The federal government announced $50 million on Monday to help farmers and fish processors who are bringing in temporary foreign workers during the COVID-19 crisis.
Under the program, employers are eligible for $1,500 per foreign worker to help cover the costs of complying with a mandatory two-week quarantine upon their arrival in Canada.
Employers must provide accommodation for the employees during self-isolation and pay the workers during the 14-day period.
Agriculture Minister Marie-Claude Bibeau said the funds will help employers carry out the “vital” work of feeding the nation while protecting the health and safety of Canadians.
“The men and women who work in our food supply chain are essential to ensuring Canadians have access to a variety of high quality food at a reasonable price. In many regions in the country the production of food, particularly fresh fruits and vegetables, relies on the contribution of experienced temporary foreign workers right from planting season to harvest,” she said during a news teleconference Monday.
When the federal government barred all international travellers in response to the pandemic in March, temporary foreign workers were granted an exemption, along with people on work or student visas.
Bibeau said employers and employees who don’t comply with the strict self-isolation rules face “severe sanctions,” such as fines or jail time.
Temporary foreign workers will not be allowed to board any flight if they are experiencing COVID-19 symptoms. They are instructed to wear a mask during travel and undergo screening upon arrival, and will be carried by private transportation to their destination.
Canadians should have ‘first crack’ at jobs: Poilievre
Conservative finance critic Pierre Poilievre said there should be a mechanism so that Canadians who have applied for Canada emergency response benefits (CERB) are notified of jobs in their region, including those normally filled by temporary foreign workers.
“Canadians should have first crack at every single job before it goes to a temporary foreign worker in these extraordinary times,” he said Monday during a news conference.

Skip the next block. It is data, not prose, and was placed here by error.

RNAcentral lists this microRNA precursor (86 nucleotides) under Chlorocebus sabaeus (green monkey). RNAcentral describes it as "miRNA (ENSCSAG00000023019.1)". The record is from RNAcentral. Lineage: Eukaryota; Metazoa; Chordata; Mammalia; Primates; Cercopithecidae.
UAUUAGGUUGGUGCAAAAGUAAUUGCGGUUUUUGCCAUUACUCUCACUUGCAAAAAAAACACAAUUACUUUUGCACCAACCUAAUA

About 60,000 temporary foreign workers come to Canada every year to work in agriculture, food and fish processing.
Some food security exports have warned there could be shortages and higher prices due to the global pandemic, and have said the food supply could be negatively affected if there are fewer temporary foreign workers planting, producing and harvesting crops.
The federal government said it will work with the provinces and territories to determine how the funding will be delivered.
Conservative employment critic Dan Albas pointed to the six million people who have lost jobs to the pandemic and said the government must make sure they’re made aware of job opportunities in their area.
“We recognize that there will still be areas where temporary foreign workers and seasonal agricultural workers are required to keep our supply chains moving,” he said in a statement.
“The government must ensure that all foreign workers are tested for COVID-19 upon arrival in Canada and that they self-isolate for 14 days. While we appreciate there may be certain circumstances where employers require assistance to facilitate this, the government must not disadvantage Canadians from getting these jobs by using taxpayer dollars to subsidize foreign workers.”